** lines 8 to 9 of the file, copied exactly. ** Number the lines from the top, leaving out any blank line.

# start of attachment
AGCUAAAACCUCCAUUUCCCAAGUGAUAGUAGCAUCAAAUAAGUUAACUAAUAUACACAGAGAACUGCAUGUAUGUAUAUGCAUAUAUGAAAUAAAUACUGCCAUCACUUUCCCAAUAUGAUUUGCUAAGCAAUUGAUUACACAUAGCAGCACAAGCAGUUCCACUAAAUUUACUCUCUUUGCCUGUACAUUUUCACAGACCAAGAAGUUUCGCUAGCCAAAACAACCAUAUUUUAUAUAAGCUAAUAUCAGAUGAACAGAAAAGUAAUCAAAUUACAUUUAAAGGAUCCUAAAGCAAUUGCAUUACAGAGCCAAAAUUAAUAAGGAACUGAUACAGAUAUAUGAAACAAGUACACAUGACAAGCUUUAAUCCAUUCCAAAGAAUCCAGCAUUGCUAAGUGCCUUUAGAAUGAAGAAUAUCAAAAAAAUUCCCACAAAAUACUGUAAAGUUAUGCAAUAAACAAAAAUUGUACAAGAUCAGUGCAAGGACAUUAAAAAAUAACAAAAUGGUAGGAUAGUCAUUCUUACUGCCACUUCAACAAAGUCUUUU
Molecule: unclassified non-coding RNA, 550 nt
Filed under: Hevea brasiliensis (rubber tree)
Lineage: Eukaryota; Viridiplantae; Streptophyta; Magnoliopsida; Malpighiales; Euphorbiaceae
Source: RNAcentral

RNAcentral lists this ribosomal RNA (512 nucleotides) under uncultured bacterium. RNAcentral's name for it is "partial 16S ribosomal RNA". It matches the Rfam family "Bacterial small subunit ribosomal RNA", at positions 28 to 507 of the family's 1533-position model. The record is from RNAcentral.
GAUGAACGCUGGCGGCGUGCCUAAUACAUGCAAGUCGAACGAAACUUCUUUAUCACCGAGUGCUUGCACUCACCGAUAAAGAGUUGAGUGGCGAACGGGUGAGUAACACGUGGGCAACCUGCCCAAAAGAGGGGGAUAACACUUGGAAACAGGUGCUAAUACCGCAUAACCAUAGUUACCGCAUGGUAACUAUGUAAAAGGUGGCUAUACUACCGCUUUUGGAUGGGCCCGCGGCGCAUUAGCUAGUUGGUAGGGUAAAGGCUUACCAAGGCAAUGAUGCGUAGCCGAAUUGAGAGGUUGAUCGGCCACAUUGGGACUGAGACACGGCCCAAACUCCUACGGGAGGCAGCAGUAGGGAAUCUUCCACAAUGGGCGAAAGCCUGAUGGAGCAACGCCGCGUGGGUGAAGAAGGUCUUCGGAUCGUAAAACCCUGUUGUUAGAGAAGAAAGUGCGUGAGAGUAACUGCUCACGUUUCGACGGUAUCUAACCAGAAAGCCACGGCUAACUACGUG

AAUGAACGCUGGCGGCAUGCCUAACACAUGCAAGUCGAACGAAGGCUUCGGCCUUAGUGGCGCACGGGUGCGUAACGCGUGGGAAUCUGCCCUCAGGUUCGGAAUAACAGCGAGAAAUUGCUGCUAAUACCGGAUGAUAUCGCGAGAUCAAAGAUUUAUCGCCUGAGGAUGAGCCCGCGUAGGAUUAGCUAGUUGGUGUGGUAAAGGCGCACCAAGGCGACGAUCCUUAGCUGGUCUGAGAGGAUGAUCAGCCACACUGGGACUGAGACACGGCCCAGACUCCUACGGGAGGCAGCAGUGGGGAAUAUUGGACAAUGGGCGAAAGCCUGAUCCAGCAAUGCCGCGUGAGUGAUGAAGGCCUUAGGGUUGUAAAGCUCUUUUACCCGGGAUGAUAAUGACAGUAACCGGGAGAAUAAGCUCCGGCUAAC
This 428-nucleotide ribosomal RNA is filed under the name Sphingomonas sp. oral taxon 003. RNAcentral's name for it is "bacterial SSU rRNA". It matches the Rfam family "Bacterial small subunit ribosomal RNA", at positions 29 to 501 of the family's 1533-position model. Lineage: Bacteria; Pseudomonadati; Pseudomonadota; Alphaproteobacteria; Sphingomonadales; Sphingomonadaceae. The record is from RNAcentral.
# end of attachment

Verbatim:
AAUGAACGCUGGCGGCAUGCCUAACACAUGCAAGUCGAACGAAGGCUUCGGCCUUAGUGGCGCACGGGUGCGUAACGCGUGGGAAUCUGCCCUCAGGUUCGGAAUAACAGCGAGAAAUUGCUGCUAAUACCGGAUGAUAUCGCGAGAUCAAAGAUUUAUCGCCUGAGGAUGAGCCCGCGUAGGAUUAGCUAGUUGGUGUGGUAAAGGCGCACCAAGGCGACGAUCCUUAGCUGGUCUGAGAGGAUGAUCAGCCACACUGGGACUGAGACACGGCCCAGACUCCUACGGGAGGCAGCAGUGGGGAAUAUUGGACAAUGGGCGAAAGCCUGAUCCAGCAAUGCCGCGUGAGUGAUGAAGGCCUUAGGGUUGUAAAGCUCUUUUACCCGGGAUGAUAAUGACAGUAACCGGGAGAAUAAGCUCCGGCUAAC
This 428-nucleotide ribosomal RNA is filed under the name Sphingomonas sp. oral taxon 003. RNAcentral's name for it is "bacterial SSU rRNA". It matches the Rfam family "Bacterial small subunit ribosomal RNA", at positions 29 to 501 of the family's 1533-position model. Lineage: Bacteria; Pseudomonadati; Pseudomonadota; Alphaproteobacteria; Sphingomonadales; Sphingomonadaceae. The record is from RNAcentral.